Saying prosecutors failed to present a solid case, a federal judge Tuesday dismissed allegations that an Orange County company plotted to illegally export a mainframe computer to Iran.
U.S. District Judge Edward Rafeedie in Los Angeles dismissed a single charge of wire fraud against Iran Business Machines, a Costa Mesa import-export business that was barred from doing international business earlier this year.
"I'm glad it's over," said Charles Reger, general manager for the company, which is owned by Reza Zandian. "They didn't have a case, and the judge threw it out."
Federal export control officials alleged that Iran Business Machines illegally plotted to ship an International Business Machines Corp. ES9000 mainframe computer, which can handle the processing demands of a medium or large business, to Iran's Ministry of Agriculture.
Federal law prohibits the unlicensed export of powerful computers to countries such as Iran that do not have friendly relations with the United States. Agents feared that Iran could use the machine for military purposes.
The company said it had originally planned to export the computer to Iran under a United Nations program. But the export license for the shipment was denied and the company subsequently planned to send the machine to its Paris office, said Reger, a Huntington Beach resident.
Prosecutors alleged that Iran Business Machines intended to ship the computer from Paris to Iran, but Reger said Tuesday that the company had no such plans.
In January, federal agents alleged that the company had on three occasions violated the Export Administration Act, with each charge carrying a maximum 10-year jail sentence and $250,000 fine. The company was subsequently charged with wire fraud, or perpetrating fraud via phone lines.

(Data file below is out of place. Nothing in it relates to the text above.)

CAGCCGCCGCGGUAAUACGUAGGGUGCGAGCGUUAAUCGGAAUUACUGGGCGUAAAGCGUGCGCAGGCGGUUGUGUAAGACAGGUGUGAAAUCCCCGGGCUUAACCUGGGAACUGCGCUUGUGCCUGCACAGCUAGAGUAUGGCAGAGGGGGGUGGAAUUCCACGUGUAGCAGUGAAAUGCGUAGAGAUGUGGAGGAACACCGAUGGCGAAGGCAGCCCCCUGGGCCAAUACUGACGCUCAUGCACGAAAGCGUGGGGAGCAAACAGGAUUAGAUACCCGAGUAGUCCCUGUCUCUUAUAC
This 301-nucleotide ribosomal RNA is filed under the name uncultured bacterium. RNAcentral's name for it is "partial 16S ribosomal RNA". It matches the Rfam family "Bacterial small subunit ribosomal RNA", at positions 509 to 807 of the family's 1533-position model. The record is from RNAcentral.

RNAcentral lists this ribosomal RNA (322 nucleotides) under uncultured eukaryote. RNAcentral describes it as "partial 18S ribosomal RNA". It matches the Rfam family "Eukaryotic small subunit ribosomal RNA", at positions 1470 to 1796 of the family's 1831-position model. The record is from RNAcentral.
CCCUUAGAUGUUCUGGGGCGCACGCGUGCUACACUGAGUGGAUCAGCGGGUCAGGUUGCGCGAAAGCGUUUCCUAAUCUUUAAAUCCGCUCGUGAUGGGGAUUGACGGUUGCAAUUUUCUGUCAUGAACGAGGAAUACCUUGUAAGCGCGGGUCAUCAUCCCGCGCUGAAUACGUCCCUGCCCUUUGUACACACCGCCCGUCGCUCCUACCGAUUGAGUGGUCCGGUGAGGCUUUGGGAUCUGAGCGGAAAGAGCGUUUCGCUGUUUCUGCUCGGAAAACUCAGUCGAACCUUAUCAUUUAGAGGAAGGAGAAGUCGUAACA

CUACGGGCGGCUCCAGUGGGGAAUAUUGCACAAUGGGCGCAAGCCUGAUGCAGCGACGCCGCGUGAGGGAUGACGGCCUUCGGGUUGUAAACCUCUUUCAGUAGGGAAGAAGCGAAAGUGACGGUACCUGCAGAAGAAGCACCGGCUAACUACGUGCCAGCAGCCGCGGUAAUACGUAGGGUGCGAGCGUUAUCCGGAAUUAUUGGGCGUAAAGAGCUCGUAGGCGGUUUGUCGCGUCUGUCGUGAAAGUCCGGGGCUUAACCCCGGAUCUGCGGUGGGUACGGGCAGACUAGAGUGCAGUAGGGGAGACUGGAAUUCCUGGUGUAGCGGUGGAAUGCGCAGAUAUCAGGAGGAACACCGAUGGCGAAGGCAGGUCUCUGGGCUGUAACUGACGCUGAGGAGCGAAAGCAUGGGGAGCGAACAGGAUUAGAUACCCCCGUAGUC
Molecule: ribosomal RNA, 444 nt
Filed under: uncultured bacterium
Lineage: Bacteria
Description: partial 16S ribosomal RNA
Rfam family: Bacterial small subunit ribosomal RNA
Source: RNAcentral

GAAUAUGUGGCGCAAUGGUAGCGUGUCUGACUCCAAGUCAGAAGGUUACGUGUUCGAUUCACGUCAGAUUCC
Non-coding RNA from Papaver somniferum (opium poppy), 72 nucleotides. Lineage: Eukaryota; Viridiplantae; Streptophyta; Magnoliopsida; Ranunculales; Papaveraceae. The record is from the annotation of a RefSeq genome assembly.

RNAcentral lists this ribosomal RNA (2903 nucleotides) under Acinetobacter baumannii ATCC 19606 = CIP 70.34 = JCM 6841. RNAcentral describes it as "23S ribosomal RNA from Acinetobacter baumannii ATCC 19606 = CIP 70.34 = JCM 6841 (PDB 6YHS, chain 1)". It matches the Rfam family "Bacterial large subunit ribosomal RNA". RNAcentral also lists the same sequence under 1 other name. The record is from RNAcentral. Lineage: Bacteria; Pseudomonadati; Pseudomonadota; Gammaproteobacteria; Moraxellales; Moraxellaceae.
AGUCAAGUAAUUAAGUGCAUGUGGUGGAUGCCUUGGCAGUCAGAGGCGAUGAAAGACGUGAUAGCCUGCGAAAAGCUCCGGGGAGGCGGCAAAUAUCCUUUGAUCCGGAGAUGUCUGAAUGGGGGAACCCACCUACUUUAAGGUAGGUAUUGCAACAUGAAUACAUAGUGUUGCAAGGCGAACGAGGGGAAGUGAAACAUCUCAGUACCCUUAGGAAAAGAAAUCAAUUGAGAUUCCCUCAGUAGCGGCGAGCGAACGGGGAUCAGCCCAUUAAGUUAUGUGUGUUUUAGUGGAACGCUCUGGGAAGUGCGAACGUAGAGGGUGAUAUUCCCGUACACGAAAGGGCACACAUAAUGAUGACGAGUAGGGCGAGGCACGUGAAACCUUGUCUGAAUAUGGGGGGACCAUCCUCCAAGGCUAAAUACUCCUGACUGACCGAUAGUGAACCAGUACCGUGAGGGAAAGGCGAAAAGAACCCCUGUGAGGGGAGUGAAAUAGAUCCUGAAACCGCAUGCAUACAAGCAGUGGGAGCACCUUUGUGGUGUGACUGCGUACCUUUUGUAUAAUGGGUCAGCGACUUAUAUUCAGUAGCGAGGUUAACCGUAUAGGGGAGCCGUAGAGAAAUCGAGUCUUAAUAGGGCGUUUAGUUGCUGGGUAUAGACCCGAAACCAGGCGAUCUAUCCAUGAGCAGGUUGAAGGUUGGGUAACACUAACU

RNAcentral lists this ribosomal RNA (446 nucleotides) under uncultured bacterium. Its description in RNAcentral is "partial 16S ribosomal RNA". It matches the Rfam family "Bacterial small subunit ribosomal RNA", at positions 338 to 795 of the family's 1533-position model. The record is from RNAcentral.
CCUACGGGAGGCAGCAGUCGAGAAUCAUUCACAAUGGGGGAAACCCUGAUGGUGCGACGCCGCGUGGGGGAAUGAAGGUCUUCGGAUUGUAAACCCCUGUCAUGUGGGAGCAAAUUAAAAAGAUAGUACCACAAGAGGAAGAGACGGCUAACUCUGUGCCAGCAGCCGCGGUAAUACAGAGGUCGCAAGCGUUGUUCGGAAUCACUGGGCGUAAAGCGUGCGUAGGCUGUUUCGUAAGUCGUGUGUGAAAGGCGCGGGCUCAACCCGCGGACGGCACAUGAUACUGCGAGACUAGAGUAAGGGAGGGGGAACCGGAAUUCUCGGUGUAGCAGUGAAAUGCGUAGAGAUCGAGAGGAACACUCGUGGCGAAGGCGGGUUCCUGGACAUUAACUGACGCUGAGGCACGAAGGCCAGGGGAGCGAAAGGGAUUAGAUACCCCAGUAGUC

In April, the Commerce Department banned the company, Reger and Zandian from doing business overseas. The export-law violation charges were later dropped by federal prosecutors, leaving only a charge that Iran Business Machines had defrauded IBM about its intended use of the computer.
After the U.S. attorney's office finished presenting its evidence Tuesday, Rafeedie granted a motion by the company's attorneys to dismiss the case. In granting the defense motion, Rafeedie called the remaining counts a "desperate attempt" by the government to salvage its case.
"The defense never had to put on its case," said Richard Marmaro, an attorney for the company.
Assistant U.S. Atty. Daniel Goodman, who prosecuted the case, was unavailable for comment. Brooks Ohlson, special agent in charge of the Commerce Department's Export Enforcement Office in Southern California, said he was not aware of the dismissal. But he said that the company could still be permanently barred from export activity under the agency's administrative procedures.
Marmaro said he hopes the Commerce Department will drop any attempt at a permanent export ban.